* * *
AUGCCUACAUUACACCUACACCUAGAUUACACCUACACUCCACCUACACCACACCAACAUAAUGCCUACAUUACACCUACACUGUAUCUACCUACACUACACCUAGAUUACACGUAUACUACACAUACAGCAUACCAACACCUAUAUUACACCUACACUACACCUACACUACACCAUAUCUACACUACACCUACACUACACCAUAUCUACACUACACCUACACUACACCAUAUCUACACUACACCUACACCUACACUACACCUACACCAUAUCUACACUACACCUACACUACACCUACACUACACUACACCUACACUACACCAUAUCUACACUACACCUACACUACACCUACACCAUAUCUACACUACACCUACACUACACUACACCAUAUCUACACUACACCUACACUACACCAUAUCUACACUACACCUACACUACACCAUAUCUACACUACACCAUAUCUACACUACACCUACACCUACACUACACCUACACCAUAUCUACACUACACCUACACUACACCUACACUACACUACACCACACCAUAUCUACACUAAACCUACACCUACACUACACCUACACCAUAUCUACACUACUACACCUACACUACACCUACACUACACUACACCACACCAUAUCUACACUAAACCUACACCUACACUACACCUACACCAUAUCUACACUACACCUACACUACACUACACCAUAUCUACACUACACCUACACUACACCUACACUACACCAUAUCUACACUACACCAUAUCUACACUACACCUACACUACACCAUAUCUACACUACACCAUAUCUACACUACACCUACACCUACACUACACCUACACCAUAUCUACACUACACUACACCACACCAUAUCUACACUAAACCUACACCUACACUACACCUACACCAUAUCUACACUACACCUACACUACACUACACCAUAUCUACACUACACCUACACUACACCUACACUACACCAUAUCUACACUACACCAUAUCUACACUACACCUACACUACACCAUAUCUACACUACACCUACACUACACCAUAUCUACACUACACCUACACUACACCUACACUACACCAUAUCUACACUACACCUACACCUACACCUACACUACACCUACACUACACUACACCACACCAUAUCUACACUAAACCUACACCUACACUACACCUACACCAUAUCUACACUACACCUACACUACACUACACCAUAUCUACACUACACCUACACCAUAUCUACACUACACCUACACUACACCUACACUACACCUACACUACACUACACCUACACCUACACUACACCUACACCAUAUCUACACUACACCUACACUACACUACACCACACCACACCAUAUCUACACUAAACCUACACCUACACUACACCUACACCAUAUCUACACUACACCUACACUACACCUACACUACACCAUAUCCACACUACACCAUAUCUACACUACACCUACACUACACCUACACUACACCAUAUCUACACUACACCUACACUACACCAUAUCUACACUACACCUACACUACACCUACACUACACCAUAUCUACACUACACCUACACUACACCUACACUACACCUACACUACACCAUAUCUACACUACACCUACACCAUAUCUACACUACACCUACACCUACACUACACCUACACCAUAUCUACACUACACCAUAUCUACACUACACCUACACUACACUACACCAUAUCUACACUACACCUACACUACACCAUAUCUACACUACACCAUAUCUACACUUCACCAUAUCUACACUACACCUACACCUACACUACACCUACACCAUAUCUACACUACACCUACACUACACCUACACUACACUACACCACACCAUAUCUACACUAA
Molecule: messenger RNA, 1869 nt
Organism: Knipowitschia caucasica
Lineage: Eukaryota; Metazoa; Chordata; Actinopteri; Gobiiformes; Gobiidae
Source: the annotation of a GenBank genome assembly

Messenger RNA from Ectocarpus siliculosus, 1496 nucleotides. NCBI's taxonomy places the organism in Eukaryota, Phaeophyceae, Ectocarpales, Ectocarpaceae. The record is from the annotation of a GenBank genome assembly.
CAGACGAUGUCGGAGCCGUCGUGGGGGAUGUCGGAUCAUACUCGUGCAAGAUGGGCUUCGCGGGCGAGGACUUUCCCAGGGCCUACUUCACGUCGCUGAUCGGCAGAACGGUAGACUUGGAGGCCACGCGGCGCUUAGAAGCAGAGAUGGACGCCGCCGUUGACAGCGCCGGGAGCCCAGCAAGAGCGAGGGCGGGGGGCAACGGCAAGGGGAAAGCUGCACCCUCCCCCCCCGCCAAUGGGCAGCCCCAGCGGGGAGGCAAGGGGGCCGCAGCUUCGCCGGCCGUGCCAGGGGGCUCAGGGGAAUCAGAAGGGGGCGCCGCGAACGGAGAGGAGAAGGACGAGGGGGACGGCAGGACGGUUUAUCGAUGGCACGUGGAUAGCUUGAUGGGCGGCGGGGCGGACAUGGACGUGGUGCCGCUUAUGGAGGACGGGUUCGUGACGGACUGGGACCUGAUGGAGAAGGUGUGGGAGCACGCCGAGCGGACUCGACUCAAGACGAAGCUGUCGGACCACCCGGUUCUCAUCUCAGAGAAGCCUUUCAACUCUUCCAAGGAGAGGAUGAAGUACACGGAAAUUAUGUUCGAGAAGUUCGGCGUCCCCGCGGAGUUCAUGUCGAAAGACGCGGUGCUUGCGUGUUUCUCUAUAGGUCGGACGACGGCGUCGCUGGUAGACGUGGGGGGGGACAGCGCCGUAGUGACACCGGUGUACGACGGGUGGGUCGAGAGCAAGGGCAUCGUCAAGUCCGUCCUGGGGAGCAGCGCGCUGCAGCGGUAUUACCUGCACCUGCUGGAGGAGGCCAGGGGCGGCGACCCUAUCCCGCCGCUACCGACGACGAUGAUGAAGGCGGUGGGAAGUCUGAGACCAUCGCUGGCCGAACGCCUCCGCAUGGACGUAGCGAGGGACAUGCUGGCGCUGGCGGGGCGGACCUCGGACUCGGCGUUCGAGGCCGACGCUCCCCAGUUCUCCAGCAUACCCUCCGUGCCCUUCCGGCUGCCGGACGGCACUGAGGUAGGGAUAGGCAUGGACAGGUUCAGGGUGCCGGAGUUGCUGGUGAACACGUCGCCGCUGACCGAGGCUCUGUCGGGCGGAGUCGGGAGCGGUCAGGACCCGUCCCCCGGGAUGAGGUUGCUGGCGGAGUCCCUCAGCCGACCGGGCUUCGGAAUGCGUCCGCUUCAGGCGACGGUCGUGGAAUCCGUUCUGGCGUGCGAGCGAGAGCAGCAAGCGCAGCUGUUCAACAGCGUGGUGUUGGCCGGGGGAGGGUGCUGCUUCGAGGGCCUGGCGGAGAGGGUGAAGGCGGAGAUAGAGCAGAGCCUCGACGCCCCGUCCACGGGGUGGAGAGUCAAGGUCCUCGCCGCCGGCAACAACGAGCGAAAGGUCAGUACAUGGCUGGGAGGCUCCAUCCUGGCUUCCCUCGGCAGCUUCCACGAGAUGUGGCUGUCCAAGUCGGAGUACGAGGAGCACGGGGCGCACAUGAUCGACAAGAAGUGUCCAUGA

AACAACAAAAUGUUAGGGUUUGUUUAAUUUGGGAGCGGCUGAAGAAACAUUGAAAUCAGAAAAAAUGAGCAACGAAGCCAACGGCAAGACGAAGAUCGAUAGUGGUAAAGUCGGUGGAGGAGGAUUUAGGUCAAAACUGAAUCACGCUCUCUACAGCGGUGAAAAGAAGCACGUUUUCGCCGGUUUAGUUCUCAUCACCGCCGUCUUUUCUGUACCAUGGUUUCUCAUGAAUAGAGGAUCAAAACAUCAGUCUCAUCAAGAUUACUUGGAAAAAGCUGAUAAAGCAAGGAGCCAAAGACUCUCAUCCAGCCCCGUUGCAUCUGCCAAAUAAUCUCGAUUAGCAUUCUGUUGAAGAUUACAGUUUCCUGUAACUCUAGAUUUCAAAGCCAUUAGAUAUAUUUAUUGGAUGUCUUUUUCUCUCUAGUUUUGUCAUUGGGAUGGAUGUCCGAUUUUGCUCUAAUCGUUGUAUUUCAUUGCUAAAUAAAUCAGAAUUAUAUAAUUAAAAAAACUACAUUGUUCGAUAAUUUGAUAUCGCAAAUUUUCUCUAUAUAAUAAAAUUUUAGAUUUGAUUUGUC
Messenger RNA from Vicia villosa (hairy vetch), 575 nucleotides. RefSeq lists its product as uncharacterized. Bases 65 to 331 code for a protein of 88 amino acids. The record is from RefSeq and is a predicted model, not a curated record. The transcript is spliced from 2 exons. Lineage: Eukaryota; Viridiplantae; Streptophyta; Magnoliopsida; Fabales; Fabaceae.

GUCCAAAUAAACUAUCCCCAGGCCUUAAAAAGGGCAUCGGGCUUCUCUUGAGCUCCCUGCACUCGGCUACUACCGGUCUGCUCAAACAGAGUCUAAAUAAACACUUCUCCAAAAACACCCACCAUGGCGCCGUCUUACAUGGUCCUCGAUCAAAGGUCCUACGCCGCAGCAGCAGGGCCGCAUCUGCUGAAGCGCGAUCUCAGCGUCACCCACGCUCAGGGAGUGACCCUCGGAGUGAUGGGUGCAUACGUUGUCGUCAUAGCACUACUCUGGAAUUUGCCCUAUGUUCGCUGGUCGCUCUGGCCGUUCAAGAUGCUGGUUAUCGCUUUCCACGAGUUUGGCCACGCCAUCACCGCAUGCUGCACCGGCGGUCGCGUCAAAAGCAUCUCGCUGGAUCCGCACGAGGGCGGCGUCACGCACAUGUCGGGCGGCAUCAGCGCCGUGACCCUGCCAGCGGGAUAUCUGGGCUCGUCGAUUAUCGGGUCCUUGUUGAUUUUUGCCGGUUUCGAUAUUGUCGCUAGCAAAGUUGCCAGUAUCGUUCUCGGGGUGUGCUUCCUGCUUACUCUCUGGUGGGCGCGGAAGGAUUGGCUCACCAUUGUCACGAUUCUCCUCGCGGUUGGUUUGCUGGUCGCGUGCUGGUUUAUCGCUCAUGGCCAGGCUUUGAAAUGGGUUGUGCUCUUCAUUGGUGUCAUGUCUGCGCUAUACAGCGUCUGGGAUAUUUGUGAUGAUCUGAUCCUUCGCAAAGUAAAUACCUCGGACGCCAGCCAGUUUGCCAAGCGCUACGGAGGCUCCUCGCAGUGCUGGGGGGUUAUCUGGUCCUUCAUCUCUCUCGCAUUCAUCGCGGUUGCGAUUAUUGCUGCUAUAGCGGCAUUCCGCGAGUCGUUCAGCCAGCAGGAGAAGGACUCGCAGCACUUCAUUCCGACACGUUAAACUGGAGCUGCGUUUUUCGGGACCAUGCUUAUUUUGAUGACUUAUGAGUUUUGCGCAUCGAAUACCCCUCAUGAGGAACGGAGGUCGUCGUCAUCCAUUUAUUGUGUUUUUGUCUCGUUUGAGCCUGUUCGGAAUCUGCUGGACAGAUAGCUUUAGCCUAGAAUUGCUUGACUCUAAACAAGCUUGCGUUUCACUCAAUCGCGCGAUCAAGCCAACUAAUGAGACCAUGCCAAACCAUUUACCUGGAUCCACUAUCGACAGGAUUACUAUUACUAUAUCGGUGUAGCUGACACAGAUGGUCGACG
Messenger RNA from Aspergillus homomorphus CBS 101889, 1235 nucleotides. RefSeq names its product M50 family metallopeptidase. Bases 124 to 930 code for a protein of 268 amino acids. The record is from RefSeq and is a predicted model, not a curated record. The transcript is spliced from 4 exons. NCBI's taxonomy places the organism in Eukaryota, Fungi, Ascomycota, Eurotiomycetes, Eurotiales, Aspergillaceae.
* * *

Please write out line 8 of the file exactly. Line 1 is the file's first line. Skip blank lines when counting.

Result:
AACAACAAAAUGUUAGGGUUUGUUUAAUUUGGGAGCGGCUGAAGAAACAUUGAAAUCAGAAAAAAUGAGCAACGAAGCCAACGGCAAGACGAAGAUCGAUAGUGGUAAAGUCGGUGGAGGAGGAUUUAGGUCAAAACUGAAUCACGCUCUCUACAGCGGUGAAAAGAAGCACGUUUUCGCCGGUUUAGUUCUCAUCACCGCCGUCUUUUCUGUACCAUGGUUUCUCAUGAAUAGAGGAUCAAAACAUCAGUCUCAUCAAGAUUACUUGGAAAAAGCUGAUAAAGCAAGGAGCCAAAGACUCUCAUCCAGCCCCGUUGCAUCUGCCAAAUAAUCUCGAUUAGCAUUCUGUUGAAGAUUACAGUUUCCUGUAACUCUAGAUUUCAAAGCCAUUAGAUAUAUUUAUUGGAUGUCUUUUUCUCUCUAGUUUUGUCAUUGGGAUGGAUGUCCGAUUUUGCUCUAAUCGUUGUAUUUCAUUGCUAAAUAAAUCAGAAUUAUAUAAUUAAAAAAACUACAUUGUUCGAUAAUUUGAUAUCGCAAAUUUUCUCUAUAUAAUAAAAUUUUAGAUUUGAUUUGUC